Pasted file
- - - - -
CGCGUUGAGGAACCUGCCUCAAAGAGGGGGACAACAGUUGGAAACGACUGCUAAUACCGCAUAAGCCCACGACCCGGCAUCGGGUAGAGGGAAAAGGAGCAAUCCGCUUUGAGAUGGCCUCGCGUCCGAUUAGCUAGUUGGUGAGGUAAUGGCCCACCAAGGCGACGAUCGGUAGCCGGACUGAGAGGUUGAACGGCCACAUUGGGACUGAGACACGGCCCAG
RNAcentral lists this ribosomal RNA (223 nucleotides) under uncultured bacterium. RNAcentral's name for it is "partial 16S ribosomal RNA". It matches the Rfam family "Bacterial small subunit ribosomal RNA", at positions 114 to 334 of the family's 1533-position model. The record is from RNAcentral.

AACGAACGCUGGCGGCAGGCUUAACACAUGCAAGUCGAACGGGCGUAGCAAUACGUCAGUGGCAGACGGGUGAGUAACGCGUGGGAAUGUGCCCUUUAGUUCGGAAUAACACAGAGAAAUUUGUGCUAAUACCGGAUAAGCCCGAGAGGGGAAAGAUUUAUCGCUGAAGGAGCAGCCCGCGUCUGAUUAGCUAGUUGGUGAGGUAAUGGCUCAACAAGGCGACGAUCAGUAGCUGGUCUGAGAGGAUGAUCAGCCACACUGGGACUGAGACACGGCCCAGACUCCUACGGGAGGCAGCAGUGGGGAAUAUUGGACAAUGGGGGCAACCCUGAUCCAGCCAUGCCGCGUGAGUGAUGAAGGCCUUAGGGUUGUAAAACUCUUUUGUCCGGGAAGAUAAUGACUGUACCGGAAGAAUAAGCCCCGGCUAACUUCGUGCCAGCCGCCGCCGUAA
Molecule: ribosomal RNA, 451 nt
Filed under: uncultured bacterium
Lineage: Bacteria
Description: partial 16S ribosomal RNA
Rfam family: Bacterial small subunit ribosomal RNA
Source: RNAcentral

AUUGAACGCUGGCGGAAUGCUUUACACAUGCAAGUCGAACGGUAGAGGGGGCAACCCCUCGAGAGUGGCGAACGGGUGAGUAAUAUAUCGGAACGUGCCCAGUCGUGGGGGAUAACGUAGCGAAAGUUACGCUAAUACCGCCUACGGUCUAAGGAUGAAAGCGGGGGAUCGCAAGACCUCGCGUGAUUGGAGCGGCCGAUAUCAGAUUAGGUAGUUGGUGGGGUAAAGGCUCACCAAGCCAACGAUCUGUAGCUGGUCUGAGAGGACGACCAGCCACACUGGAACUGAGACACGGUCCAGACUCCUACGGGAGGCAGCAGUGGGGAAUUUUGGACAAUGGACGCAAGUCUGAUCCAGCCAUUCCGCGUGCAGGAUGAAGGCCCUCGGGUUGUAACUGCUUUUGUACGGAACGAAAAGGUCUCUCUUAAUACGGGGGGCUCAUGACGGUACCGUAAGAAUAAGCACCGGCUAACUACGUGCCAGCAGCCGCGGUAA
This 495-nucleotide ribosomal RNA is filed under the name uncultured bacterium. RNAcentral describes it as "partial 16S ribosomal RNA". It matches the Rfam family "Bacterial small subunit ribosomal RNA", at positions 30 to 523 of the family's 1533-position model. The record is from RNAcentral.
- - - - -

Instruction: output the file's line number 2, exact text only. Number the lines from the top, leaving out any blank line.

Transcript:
RNAcentral lists this ribosomal RNA (223 nucleotides) under uncultured bacterium. RNAcentral's name for it is "partial 16S ribosomal RNA". It matches the Rfam family "Bacterial small subunit ribosomal RNA", at positions 114 to 334 of the family's 1533-position model. The record is from RNAcentral.